#LifeofAStudent

March 18, 2012

How To: Survive Financially as a University Student

poorstudent

Let’s face it; being a university student today is expensive. Not only does your student loan debt pile up with ridiculous tuition fees, but you always find your wallet emptying on inevitable expenses. Add all these expenses and you find yourself being barely able to afford your next meal. Luckily for you, a penny saved is a penny earned. Here are a few pointers on how to keep more money by spending less:

1. Avoid eating out

You’d be surprised at how much money you can save by eating at home. No, I don’t mean you absolutely have to prepare a 3-course meal for yourself that takes you three hours to make. I understand that most university students do not have the time to buy groceries, prepare something, and cook them on a daily basis –  so only do that when you have time. One good way to save yourself some time is to stock up on canned food and prepare something for yourself in 5 minutes. If you haven’t bought groceries in a while, you can look up some inexpensive local restaurants around your area and order take-out. It may be a bit more expensive than making something yourself, but when desperate times call at least you’re saving yourself a buck or two by opting to get take-out. The money you save from eating at home could cover the bill for the occasional dinner with your friends, and more.

It's always good to stock up on canned food. They don't expire for a long time.

2. Find a buddy to room with

The next time you complain about having to live with your parents, think about how much money you’re saving by not having to pay rent. Rent most likely tops all your expenses after tuition. For those less fortunate who were either forced or opted to move out themselves, rent probably takes up a good chunk of their money. It may be inevitable, but it doesn’t mean you can’t cut down the cost of living. Find a close enough friend that you could trust, and look for a place that is somewhat close to your school. Time is money and the last thing you want is to take 2 hours of transit everyday. Being roomies with your friend is also a lot better than rooming with a stranger. You could easily agree on house rules while only having to pay half.

You don't want to be roomies with this guy, do you?

3. Delay spending on things that could wait

Taking transit sucks so you’ve been saving up for a nice car that could get you around. Piece of advice: don’t. You may already have enough student loan and credit card debt that could cripple you for the next five years, so the last thing you want is adding on to those debts. Cars, for example, could suck the money out of you faster than you could make it back. Take into account insurance, maintenance, and gas; after three years you could probably buy another car with the money that went to those expense. Going on a trip is another unnecessary money-drainer. The expenses involved with going on a trip – plane ticket, accommodation, activities – probably hovers around the amount you pay for rent. Delay spending on a car or a vacation and wait until you could work full-time.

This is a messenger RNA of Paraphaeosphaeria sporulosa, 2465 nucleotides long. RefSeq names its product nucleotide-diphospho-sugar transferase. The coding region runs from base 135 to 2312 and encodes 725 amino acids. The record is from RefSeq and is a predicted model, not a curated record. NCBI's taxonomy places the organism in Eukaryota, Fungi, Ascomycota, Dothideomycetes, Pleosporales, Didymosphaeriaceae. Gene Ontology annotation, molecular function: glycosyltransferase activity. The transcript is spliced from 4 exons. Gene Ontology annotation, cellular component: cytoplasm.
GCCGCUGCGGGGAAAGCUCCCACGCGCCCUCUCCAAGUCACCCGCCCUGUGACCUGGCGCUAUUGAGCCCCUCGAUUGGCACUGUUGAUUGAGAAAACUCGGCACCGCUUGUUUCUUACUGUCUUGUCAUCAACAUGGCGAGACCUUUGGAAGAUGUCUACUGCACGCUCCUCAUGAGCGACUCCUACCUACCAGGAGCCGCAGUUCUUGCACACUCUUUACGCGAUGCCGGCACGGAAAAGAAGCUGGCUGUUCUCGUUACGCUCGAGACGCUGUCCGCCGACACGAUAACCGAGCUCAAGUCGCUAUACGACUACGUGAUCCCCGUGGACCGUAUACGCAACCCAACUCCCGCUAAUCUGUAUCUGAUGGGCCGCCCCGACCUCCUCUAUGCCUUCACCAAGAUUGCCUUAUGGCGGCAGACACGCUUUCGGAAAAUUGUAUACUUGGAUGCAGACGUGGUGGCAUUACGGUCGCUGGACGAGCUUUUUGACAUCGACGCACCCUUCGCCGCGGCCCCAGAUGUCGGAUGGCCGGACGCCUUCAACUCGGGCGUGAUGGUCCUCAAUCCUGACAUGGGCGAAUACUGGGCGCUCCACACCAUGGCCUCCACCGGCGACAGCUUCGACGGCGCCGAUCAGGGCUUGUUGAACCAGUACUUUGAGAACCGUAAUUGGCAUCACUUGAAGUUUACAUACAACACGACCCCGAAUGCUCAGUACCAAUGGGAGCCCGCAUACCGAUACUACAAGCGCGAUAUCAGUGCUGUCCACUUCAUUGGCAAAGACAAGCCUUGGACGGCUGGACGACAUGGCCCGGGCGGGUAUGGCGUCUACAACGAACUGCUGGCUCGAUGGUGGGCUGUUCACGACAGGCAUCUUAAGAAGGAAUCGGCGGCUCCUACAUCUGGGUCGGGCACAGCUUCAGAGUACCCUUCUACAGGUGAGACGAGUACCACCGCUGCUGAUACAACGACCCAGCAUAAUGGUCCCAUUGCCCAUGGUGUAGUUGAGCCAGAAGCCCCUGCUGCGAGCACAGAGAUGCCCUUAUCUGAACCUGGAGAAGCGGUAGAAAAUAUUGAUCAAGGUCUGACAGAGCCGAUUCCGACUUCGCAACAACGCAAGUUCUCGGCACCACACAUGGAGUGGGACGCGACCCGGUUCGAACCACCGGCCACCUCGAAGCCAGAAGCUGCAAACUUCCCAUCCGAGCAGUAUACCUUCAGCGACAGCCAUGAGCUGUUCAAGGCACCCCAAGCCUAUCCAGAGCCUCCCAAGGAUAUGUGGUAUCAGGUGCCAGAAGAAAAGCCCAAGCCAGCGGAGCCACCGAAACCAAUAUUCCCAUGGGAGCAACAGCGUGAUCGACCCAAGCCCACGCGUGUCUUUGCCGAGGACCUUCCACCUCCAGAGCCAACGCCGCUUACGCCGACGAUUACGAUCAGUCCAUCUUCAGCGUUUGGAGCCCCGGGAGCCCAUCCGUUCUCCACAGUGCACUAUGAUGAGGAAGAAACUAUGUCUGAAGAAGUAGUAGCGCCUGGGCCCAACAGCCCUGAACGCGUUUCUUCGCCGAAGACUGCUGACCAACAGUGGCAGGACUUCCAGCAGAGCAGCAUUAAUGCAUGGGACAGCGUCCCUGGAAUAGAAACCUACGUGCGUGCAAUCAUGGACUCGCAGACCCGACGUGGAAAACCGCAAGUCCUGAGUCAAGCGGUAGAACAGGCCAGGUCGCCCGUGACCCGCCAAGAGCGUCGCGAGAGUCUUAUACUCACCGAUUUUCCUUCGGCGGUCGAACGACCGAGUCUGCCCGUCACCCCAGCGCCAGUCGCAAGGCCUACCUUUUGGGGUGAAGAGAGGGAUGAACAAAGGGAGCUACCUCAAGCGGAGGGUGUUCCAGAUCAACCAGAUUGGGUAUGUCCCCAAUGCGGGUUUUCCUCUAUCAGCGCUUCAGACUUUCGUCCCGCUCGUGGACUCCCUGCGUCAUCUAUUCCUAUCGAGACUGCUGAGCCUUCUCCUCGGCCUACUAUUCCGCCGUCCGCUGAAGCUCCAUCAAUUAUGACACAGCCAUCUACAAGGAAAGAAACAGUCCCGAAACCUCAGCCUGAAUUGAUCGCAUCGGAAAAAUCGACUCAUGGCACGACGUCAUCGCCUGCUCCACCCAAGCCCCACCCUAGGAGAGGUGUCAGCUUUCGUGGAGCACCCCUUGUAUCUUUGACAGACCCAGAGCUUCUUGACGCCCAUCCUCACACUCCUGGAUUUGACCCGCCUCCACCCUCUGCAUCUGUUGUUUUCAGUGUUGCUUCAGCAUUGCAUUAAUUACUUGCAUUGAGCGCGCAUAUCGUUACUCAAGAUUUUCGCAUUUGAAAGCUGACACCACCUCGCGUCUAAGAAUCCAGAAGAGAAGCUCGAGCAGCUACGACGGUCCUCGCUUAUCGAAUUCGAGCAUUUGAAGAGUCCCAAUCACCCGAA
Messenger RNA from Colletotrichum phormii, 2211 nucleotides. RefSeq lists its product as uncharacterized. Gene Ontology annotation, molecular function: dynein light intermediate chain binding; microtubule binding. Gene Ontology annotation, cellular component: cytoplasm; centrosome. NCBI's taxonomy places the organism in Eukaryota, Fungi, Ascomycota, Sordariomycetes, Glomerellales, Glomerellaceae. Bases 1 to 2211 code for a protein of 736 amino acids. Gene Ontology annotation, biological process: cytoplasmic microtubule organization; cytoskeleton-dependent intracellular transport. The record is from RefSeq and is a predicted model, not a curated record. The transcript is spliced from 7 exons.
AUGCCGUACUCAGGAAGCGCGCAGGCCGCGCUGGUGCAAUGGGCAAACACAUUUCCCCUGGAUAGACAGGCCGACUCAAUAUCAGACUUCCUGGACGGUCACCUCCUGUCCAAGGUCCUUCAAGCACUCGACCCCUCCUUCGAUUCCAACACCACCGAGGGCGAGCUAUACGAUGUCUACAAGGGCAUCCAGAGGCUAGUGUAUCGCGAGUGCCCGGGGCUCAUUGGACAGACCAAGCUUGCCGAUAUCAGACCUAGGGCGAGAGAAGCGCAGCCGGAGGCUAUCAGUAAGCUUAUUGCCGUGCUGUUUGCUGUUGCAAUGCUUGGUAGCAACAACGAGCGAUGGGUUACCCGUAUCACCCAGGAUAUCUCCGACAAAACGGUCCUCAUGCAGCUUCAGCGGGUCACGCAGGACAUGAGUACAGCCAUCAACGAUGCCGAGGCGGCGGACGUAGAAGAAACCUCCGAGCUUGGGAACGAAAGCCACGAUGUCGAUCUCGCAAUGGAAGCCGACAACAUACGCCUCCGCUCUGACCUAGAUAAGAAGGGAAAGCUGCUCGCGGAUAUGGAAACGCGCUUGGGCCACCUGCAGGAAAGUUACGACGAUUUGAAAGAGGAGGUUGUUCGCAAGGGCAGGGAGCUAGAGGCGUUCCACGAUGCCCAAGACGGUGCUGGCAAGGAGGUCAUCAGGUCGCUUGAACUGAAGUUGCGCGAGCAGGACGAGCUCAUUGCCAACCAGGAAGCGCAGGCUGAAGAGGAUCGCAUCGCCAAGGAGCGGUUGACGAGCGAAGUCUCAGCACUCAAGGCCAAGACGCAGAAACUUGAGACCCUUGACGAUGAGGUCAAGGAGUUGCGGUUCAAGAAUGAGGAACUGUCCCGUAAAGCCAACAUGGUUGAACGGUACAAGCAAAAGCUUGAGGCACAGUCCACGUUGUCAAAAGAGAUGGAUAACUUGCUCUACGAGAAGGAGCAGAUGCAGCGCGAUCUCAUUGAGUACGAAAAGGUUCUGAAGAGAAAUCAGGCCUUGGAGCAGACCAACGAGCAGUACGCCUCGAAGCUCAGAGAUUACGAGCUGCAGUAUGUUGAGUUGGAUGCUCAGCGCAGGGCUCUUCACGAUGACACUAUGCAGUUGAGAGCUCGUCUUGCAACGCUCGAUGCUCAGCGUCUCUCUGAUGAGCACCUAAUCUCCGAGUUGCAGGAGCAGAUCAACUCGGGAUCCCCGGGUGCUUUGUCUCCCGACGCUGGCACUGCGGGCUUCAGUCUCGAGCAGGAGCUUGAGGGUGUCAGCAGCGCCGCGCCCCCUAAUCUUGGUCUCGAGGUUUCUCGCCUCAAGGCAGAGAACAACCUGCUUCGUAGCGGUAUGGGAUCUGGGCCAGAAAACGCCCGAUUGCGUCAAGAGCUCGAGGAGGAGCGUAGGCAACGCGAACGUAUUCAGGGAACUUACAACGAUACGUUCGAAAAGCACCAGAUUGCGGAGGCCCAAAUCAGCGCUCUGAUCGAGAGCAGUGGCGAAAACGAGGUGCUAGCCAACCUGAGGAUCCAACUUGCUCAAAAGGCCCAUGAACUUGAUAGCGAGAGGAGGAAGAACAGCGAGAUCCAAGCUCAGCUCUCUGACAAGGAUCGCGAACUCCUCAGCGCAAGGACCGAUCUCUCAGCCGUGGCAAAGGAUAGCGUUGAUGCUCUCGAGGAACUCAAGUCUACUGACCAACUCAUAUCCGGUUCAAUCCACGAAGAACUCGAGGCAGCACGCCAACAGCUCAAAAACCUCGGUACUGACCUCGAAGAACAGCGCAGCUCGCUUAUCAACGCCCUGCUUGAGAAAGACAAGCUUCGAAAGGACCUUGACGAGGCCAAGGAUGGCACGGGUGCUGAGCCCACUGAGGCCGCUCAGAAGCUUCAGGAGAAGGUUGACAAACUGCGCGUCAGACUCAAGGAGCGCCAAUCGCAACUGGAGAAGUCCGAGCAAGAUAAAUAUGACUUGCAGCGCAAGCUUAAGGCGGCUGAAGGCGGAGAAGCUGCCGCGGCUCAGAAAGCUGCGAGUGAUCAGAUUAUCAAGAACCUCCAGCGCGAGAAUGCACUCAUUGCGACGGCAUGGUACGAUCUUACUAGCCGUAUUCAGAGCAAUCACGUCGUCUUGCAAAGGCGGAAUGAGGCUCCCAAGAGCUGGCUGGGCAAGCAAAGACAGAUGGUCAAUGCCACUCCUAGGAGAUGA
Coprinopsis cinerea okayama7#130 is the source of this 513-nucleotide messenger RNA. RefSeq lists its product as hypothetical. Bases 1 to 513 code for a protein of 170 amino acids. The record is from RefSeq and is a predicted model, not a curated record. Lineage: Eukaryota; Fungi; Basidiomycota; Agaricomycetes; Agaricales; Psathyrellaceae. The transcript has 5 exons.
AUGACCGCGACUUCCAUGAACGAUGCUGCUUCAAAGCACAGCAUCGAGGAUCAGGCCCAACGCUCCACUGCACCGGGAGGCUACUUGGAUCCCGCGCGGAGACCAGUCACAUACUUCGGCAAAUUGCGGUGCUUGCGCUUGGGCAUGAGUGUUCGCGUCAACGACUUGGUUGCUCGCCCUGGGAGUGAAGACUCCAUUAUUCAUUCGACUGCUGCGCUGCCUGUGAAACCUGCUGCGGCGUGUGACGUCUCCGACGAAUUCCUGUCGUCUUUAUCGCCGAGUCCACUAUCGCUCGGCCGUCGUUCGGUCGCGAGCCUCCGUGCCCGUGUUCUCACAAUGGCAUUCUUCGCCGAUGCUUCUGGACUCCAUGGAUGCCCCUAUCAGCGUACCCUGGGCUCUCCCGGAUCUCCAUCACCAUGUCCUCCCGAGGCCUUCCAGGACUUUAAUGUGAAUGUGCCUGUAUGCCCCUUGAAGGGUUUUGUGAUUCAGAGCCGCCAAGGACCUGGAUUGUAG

Nice car, bro. How much are you paying for that piece of shit every year?

4. Buy and sell used textbooks

It may seem obvious, but last time I checked bookstores still ordered large quantities of textbooks. The annoying thing about buying textbooks is you paid so much for something you don’t even like. It requires a huge sum of money, and most of us don’t even use it that much! To avoid falling for the scam of overpriced textbook publishers, save yourself some money and buy used textbook. The Internet and social media sites are your friends so use it to your advantage. Look for a few sellers and buy the textbooks you need at a much lower price. After the semester is over (assuming you passed your courses), look for buyers online. You may lose a few bucks after selling, but if you invest more time in looking for good deals you may end up profiting in the end!

The textbook industry is out to get yo money!

5. Be smart about drinking

Drinking is a part of most university students’ lives. It’s not our fault; it is society that forces us to drink (unless you’re an alcoholic in which case I can’t really tell you to be smart about drinking). If you want to maintain a pretty decent social life in university, then you have to drink. Alcohol, however, can cost you quite a bit. Not everyone is a cheap drunk so spending a night at a club may cost you $100 without even giving you a good buzz!

Not everyone is a cheap drunk.

First, ask yourself what your intentions are for drinking. If it’s just to socialize, then grab yourself a beer and hold on to it for the entire night. If you’re only looking for that tipsy feeling, then buy yourself some alcohol at the liquor store and pre-drink before heading to the party, and only buy “maintenance” drinks to keep your buzz alive for the entire night. Now if you’re looking to get hammered, buy yourself liquor with high alcohol content so a few shots could already do the trick. But remember, alcohol poisoning can be costly for your wallet and your body so know your limit and always stick to it.



About the Author

Ralph King
Ralph King
Ralph King is one of the two Editor-in-Chiefs of recultured.com. He is a 5th-year Communications student who is passionate about advertising and media studies. His hobbies include obsessing over the NBA and listening to Hip-Hop music. Once in a while, you'll see him strolling the streets with a DSLR.





 
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